July 24, 2024


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Savvy Scissor Tips – Part 2

Savvy Scissor Tips – Part 2

After reading “Savvy Scissor Tips Part 1,” you should have a better understanding of why you should teach your children to use scissors. Here are some savvy tips on how you can help them learn this skill. This is the developmental sequence of when children should be cutting:

• 2 years: snip the ends of a piece of paper

• 2.5 years: cut through a piece of paper

• 3.0-3.5 years: cut on a 1/2″ darkened line (can not cut off of the line more than 3 times)

• 3.5-4.0 years: cut out a circle with darkened lines (has to stay close to the line for 3/4 of the circle)

• 4.5-5.0 years: cut out a square with darkened lines (corners should be sharp)

Each time your child has mastered one of the above sequences, make sure that he/she can cut through various materials. Cutting through thicker material is easier than cutting through thin material. So start with cutting through play dough, then go to Manila folders, then to construction paper, then to regular paper, then to tissue paper. This will ensure that your child is really able to cut that particular shape. Keep in mind that when children are cutting on lines, the lines should always be very dark, and at least a 1/4″- 1/2″ thick so that they are easy to see and the child does not get frustrated.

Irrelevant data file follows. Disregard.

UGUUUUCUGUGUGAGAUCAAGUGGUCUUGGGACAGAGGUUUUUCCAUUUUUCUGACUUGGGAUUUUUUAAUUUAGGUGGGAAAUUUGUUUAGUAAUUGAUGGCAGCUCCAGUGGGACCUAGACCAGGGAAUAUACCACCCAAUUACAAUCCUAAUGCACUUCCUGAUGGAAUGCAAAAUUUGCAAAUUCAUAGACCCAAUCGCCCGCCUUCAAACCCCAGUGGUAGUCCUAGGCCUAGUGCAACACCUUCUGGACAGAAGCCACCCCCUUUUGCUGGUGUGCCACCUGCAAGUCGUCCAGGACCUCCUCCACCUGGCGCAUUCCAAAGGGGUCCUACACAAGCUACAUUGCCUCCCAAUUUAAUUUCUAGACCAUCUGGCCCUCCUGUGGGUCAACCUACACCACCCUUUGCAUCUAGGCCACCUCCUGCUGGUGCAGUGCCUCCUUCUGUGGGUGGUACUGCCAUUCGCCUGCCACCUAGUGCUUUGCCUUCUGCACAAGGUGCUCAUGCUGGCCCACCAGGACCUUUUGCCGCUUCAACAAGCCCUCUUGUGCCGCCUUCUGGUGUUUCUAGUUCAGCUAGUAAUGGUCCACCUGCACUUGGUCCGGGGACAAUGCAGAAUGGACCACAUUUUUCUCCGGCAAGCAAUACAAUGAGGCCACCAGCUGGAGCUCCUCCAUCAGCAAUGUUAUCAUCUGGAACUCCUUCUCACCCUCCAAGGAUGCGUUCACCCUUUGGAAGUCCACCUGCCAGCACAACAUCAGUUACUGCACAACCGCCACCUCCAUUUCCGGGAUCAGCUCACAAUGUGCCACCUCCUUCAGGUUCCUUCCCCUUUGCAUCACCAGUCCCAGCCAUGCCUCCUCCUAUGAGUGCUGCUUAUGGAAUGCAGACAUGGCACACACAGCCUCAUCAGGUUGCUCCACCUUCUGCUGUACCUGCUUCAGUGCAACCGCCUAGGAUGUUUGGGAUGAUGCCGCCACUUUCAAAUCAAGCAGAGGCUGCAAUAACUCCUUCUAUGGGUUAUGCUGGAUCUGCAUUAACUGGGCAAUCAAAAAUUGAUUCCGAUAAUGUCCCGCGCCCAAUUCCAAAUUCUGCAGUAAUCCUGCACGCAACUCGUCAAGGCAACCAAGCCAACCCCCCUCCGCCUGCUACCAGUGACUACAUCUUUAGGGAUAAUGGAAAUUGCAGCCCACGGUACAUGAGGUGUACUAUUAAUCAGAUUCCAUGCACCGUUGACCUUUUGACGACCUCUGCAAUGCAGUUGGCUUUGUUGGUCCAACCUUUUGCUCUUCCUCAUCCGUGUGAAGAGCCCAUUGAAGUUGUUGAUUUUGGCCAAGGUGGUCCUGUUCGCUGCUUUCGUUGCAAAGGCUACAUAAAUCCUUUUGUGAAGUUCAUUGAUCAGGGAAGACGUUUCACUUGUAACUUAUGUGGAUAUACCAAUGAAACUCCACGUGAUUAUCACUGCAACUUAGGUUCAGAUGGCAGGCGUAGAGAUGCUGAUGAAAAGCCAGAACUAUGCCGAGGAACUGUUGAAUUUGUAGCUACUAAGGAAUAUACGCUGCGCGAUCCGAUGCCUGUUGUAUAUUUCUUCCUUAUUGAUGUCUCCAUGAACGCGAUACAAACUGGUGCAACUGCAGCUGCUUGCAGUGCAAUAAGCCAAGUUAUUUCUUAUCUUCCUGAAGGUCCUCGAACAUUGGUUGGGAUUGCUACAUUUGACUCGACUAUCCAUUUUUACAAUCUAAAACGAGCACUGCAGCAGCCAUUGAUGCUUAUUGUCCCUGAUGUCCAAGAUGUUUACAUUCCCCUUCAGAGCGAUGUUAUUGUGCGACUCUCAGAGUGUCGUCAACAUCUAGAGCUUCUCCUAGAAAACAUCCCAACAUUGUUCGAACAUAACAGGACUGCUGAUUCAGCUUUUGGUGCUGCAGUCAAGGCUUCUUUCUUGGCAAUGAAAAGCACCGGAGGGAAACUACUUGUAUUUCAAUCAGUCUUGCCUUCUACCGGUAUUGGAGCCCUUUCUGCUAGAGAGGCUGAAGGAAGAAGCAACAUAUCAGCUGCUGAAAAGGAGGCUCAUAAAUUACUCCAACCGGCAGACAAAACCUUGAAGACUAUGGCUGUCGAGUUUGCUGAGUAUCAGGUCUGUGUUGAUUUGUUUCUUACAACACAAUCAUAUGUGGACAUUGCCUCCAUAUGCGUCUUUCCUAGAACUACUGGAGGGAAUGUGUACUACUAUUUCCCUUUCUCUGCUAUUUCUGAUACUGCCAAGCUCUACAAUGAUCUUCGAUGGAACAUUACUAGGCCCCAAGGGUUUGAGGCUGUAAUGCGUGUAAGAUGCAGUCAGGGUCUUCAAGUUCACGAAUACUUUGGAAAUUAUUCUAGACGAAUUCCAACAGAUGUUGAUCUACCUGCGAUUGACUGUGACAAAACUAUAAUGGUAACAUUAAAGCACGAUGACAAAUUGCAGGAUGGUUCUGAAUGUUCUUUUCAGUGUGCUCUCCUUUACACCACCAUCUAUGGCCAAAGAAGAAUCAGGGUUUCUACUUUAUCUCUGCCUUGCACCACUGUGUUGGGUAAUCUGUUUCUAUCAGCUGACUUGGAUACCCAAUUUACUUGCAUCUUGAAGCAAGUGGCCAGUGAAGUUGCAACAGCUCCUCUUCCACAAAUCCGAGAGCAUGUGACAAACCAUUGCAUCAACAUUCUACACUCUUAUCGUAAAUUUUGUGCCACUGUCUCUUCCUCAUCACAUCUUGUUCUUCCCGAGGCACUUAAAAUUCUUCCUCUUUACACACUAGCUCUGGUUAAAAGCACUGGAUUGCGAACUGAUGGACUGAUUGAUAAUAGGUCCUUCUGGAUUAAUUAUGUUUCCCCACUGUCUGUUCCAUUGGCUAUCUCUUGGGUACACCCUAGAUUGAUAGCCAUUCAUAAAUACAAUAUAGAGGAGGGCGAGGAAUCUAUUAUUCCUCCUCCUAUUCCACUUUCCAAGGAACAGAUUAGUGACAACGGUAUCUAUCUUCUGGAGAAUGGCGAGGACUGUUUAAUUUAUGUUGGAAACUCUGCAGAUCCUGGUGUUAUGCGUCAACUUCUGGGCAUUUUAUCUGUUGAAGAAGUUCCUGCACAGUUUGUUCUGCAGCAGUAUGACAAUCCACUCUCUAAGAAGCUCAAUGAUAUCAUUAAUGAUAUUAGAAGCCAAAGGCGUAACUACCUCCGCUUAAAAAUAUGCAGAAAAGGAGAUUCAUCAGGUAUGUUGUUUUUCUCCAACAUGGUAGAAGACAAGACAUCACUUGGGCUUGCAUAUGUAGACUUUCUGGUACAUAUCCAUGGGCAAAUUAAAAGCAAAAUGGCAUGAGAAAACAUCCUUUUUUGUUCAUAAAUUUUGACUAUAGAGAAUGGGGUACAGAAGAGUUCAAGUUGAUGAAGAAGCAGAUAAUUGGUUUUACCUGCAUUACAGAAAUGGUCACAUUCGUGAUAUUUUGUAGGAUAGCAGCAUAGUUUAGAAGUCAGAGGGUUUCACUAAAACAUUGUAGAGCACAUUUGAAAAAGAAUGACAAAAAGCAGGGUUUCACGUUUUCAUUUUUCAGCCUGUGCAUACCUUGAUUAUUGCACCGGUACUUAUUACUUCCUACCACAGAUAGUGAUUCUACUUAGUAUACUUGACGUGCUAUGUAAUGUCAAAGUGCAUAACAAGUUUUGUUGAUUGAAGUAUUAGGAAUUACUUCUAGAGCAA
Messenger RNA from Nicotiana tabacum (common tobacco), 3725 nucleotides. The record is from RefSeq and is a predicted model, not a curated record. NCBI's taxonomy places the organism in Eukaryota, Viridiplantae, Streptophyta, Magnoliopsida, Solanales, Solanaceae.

Fiskar scissors are the best to use for right or left handed children because they allow for the most stability when cutting and they come with rounded edges so that they are not as sharp. You may want to hold the paper for your child when they first start to cut, since bilateral coordination can be a difficult thing to learn. A child should first just learn how to open and close his/her hand and feel the sensation of cutting a piece of paper. If your child is having difficulty with opening and closing his/her hand or getting frustrated, you may want to try using other instruments or doing other tasks that are associated to cutting. For example, tongs and tweezers require the same open-close motion of scissors. Have your child pick up interesting objects with the tongs or tweezers and drop them into a bucket. You can make this a race or have them crawl on the floor to encourage shoulder strength at the same time. Also, a hole-puncher is a fun tool to use and most children think that this is really cool! Play-DOH scissors are also very safe for a young child. After your child is able to cut out a shape, have them color it, put their name on it, and hang it up so that they can be proud of their work!

Please note that scissors can be dangerous and children should be supervised at all times when using scissors. Most of all do not be scared or nervous to let your child use scissors if you are with them. This is a task that will help them to succeed in many areas as they grow up! Share this experience with your child, be creative, and HAVE FUN!